The Quest for the Perfect Recipe using Data Science

Gabrielle Klein
Posted on Jul 12, 2021

Introduction: This project aimed to use data science to address a problem facing my personal cake business. As the operator of a one woman cakery, there is seldom more crucial than a perfect vanilla cake recipe. This project used web scrapping and data analysis to achieve this goal. 

 

Purpose: Recipe testing is a notoriously expensive and time consuming part of operating a bakery. There are millions of recipes online and bakers try out dozens before the customer ever has their first bite. I have been auditioning new vanilla cake recipes for my cakery to find one that is both delicious and reliable, while being low cost per serving and relatively low calorie. After many unsatisfying trials, I turned to data science to help me narrow my search. My main purpose was to find a vanilla-esque recipe  that was delicious, cost effective, reasonable calories, and had generic ingredients. 

The Data: The first step was to obtain and clean data. The Food Network website hosts thousands of recipes, and I scraped over three thousand vanilla, yellow, white, lemon, and angel cake recipes. Each recipe included a reviews and ratings, which I used as a metric of tastiness, an ingredient list, and a serving size. These were not uniform in their construction as different authors wrote each recipe, so they were cleaned. Second, the cost and calories per serving were calculated based on the ingredient list using the prices as found on Target.com and an online calorie tracking database. Once these attributes were cleaned and created they were ready to be analyzed.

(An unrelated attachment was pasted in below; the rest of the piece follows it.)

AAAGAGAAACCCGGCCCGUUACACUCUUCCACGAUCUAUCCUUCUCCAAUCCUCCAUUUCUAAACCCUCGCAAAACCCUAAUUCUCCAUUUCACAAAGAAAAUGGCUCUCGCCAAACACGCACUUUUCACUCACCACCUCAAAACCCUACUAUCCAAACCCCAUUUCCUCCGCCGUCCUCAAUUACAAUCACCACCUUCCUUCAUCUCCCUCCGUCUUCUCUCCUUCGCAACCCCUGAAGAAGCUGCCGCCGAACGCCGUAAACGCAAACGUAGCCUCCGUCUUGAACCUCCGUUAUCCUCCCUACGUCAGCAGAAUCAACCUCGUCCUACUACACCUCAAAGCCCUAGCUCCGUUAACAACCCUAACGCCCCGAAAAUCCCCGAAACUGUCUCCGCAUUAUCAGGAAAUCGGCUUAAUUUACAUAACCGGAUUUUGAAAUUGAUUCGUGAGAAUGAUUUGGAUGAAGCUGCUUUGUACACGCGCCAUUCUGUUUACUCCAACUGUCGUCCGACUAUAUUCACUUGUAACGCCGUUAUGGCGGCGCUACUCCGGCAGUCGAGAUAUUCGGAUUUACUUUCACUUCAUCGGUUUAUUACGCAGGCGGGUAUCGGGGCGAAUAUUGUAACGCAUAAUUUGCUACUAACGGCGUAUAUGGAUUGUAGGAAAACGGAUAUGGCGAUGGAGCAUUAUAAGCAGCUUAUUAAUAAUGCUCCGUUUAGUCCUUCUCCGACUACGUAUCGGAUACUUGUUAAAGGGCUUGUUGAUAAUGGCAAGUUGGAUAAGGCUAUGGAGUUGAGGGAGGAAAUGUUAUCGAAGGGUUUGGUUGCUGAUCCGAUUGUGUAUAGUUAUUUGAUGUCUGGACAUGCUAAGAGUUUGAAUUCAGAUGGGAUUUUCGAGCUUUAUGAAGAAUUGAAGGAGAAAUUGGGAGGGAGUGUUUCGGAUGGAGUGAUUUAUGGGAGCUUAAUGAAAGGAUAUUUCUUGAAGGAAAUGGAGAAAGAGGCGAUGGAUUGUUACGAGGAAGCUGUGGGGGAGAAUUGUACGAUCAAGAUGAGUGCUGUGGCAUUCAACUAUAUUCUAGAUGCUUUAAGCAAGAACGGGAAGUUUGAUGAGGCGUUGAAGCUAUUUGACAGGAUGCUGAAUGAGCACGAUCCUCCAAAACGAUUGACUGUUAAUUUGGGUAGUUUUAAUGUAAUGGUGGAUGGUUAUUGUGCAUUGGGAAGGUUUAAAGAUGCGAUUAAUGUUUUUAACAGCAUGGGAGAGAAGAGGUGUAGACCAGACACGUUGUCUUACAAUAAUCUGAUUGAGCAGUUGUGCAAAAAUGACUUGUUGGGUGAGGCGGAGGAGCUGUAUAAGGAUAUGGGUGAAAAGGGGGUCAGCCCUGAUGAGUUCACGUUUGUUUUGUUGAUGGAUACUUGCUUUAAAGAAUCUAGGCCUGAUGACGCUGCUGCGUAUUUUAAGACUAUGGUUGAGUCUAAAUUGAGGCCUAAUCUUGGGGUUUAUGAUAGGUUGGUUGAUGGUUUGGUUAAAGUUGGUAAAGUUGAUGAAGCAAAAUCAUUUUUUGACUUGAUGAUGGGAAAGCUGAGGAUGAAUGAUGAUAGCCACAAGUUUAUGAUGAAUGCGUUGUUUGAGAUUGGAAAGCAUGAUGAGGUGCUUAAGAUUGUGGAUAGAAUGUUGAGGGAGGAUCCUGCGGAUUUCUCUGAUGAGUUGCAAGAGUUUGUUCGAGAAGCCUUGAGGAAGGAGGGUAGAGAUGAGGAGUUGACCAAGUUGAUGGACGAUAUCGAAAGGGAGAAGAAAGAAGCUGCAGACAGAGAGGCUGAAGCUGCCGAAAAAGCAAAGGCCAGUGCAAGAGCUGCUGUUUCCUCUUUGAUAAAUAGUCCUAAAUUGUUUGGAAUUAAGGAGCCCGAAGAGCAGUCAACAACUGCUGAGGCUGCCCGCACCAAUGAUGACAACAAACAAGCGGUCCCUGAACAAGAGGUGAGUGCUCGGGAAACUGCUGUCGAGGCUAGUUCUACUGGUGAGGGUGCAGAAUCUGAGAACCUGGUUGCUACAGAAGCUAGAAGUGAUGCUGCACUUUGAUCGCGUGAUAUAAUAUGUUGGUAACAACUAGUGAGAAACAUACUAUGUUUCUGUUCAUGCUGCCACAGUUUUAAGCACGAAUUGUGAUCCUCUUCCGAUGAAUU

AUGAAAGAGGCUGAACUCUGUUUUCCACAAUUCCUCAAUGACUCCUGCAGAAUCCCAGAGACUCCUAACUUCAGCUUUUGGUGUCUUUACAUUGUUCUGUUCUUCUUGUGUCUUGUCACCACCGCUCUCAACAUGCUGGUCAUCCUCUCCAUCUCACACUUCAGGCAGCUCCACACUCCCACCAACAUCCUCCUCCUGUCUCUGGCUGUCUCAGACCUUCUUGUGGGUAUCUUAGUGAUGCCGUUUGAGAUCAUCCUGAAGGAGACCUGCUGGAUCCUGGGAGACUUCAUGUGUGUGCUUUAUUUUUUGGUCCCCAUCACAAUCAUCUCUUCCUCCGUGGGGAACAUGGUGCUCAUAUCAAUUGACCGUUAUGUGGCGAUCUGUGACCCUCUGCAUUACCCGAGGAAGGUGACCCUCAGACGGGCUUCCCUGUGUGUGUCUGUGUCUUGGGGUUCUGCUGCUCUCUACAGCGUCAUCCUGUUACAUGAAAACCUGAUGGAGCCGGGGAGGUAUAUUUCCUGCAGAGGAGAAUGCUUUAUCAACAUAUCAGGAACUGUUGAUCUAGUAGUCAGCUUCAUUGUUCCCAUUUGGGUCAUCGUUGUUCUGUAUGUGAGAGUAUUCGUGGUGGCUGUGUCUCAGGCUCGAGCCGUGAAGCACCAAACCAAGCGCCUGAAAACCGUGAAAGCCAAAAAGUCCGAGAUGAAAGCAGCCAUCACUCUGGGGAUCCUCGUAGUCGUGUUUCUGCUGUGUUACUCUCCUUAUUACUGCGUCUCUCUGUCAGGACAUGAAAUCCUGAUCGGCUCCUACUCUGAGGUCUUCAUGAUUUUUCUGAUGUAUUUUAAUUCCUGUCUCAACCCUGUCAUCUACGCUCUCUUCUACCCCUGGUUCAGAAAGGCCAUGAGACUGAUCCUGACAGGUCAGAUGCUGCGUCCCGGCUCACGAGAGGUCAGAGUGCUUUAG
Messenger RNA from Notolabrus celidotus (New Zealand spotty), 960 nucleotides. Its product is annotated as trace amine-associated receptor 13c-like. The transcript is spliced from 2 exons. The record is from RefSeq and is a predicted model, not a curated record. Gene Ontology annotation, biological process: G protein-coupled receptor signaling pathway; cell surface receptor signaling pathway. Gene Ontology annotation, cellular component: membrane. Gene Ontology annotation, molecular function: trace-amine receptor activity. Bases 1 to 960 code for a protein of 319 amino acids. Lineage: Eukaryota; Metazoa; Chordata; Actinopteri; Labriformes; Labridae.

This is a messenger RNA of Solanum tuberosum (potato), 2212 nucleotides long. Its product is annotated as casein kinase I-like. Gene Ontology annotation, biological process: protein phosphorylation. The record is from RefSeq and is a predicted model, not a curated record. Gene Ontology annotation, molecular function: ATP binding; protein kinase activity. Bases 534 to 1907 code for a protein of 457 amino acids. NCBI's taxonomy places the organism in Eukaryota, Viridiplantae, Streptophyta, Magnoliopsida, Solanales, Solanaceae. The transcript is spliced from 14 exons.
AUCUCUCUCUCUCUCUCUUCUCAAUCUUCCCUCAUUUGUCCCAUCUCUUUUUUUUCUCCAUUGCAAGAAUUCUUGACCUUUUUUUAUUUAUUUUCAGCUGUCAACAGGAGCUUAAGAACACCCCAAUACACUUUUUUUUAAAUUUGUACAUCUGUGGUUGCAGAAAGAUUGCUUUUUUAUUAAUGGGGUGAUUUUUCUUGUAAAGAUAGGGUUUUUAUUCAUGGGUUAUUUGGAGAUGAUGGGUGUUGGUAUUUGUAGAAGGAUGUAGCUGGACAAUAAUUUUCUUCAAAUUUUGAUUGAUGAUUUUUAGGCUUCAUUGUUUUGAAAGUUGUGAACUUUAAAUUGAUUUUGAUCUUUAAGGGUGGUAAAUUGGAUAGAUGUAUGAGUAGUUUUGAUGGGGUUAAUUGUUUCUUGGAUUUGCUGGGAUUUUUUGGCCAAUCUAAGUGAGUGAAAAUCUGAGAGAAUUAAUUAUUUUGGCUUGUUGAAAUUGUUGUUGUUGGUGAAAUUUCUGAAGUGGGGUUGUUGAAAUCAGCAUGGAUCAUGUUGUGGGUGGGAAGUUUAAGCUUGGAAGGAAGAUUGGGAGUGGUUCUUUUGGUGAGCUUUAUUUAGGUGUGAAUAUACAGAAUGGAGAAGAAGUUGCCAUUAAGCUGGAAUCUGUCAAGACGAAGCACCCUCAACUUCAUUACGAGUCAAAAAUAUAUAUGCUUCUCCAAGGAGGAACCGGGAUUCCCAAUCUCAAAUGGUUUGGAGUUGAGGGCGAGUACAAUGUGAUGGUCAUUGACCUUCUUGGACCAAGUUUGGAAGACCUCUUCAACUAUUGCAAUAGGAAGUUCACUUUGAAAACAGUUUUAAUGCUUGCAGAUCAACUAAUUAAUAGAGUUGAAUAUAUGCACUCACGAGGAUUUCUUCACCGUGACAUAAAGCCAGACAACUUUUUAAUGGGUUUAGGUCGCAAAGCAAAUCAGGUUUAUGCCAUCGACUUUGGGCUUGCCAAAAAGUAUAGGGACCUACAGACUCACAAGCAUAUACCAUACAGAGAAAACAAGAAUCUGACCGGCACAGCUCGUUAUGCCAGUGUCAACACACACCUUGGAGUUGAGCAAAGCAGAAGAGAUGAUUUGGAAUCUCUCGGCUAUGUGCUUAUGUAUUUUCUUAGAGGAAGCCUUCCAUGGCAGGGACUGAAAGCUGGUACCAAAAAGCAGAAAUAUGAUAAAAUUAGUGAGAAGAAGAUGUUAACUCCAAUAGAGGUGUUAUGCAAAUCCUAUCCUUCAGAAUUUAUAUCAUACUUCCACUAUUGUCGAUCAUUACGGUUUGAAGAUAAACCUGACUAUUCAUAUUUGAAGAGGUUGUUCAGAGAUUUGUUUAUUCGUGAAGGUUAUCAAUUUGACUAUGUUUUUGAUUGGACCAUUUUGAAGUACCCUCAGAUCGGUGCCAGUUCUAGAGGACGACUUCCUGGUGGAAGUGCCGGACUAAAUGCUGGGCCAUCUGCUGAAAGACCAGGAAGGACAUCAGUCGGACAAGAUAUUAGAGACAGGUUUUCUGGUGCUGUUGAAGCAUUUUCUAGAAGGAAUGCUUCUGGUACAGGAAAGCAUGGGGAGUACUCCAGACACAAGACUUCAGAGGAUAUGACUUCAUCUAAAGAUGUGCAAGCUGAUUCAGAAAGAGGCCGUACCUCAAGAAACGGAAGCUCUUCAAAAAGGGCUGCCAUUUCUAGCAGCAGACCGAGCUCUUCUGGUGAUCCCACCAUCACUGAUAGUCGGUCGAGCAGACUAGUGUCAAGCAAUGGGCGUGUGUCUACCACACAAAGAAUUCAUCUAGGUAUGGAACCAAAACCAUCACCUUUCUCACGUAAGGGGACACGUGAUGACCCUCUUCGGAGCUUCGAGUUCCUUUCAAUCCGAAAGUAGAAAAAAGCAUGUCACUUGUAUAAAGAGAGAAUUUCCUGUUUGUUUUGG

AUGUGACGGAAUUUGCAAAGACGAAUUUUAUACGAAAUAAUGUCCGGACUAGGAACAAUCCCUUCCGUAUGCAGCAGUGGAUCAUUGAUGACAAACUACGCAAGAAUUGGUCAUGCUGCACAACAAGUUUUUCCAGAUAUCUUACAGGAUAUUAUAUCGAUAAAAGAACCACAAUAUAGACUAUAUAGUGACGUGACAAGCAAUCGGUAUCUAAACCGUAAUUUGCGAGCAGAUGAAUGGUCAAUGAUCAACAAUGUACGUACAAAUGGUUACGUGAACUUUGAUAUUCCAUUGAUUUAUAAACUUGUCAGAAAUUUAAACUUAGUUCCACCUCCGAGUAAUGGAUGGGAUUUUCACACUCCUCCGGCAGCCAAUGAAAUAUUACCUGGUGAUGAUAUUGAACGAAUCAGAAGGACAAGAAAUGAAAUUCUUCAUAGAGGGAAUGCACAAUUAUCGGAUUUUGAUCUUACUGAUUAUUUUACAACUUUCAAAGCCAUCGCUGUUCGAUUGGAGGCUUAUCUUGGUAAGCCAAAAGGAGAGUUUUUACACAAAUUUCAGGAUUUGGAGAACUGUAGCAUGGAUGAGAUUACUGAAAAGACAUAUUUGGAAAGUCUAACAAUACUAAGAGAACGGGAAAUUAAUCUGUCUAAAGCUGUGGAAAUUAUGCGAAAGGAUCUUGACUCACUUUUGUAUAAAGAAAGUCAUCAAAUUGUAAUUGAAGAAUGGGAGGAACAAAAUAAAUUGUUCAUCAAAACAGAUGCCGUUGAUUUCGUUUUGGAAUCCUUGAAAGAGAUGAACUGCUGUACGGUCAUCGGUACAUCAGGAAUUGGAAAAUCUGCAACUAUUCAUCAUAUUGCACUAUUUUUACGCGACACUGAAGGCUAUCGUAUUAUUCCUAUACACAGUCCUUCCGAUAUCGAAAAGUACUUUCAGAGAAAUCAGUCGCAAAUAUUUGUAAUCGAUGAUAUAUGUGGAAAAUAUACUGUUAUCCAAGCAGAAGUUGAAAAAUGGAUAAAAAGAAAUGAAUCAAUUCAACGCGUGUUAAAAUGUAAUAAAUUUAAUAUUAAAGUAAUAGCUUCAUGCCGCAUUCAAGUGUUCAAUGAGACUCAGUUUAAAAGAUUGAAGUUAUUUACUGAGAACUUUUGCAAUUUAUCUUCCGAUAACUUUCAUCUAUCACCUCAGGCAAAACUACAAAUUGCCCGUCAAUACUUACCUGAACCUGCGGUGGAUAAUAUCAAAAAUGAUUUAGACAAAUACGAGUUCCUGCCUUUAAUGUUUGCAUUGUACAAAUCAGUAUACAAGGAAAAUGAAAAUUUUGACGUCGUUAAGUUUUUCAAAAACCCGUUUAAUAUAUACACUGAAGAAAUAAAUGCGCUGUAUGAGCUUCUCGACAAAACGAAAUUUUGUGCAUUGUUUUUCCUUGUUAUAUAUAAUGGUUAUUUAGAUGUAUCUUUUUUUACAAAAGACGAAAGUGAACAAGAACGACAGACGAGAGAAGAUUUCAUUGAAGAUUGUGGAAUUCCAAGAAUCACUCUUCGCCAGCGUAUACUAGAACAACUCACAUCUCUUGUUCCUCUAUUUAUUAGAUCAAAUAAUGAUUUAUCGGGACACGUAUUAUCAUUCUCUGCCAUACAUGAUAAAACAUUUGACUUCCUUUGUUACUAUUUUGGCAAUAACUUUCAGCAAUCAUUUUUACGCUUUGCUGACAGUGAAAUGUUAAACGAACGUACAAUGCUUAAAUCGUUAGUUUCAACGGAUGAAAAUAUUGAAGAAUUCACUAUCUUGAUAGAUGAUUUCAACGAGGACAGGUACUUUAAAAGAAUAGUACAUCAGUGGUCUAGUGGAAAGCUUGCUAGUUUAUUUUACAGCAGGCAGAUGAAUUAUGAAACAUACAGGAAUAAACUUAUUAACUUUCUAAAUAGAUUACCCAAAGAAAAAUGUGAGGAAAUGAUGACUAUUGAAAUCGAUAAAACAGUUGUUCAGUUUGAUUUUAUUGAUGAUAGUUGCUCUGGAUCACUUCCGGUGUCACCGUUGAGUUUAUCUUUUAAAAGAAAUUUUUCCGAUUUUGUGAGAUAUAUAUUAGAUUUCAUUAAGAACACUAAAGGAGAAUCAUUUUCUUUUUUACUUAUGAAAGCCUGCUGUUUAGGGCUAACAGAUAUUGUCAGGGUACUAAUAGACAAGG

Analysis: In addition to my ultimate goal of finding a delicious, cheap, and low calorie vanilla cake recipe, I also had curiosities about the data that could be implemented in my own business. Do higher rated cakes cost more per serving? Are they higher calorie? Do specialty ingredients yield more stars? Are these investments necessary to create delicious cakes?

 

As shown in the graphs above, the five star rated cakes did not, in fact, have a higher per serving cost or calorie count nor was there any upward trend in these attributes and the rating got higher. Though there was a higher spread of cost in the higher rated recipes, this could be due to the fact that there was higher volume of four and five star recipes. This was encouraging because it is not about the amount spent or butter added per serving, a good recipe is more than that. 

Next, further analysis was done on the five-star recipes to find ones that were cost and calorie effective and had copious reviews. 

As seen above, calories and cost per serving have a highly linear relationship as would be expected because they stem from the same list of ingredients. The ideal recipe would fall into the bottom left corner of low calorie and cheaper. 

 

Taking a closer look at this region we can see the recipes that meet the criteria and when shaded in based on number of ratings, we can extract the top four recipes that were delicious, popular, cheaper, and calorie conscious, the attributes of a good recipe. These will be tested in the coming weeks as contenders for my bakery's new vanilla cake. 

 

Further Works: In the future, the main thing I would like to incorporate into this project is more and varied data. Instead of scraping just one recipe hub, I would love to collect data from more baking blogs and other recipe sites as well. I would also love to explore the effect of specialty ingredients on the rating of the cake to see if it is a worthwhile investment. Ultimately, now that the tools are built this is a very efficient way to explore other flavors and optimize my recipe testing. 

About Author

Gabrielle Klein

Gabrielle Klein

Recent graduate from the University of Chicago with a Master's in Applied and Computational Mathematics. Experience programming in Python, R, and Matlab. Passionate about all things math, looking forward to launching a career in data science.
View all posts by Gabrielle Klein >

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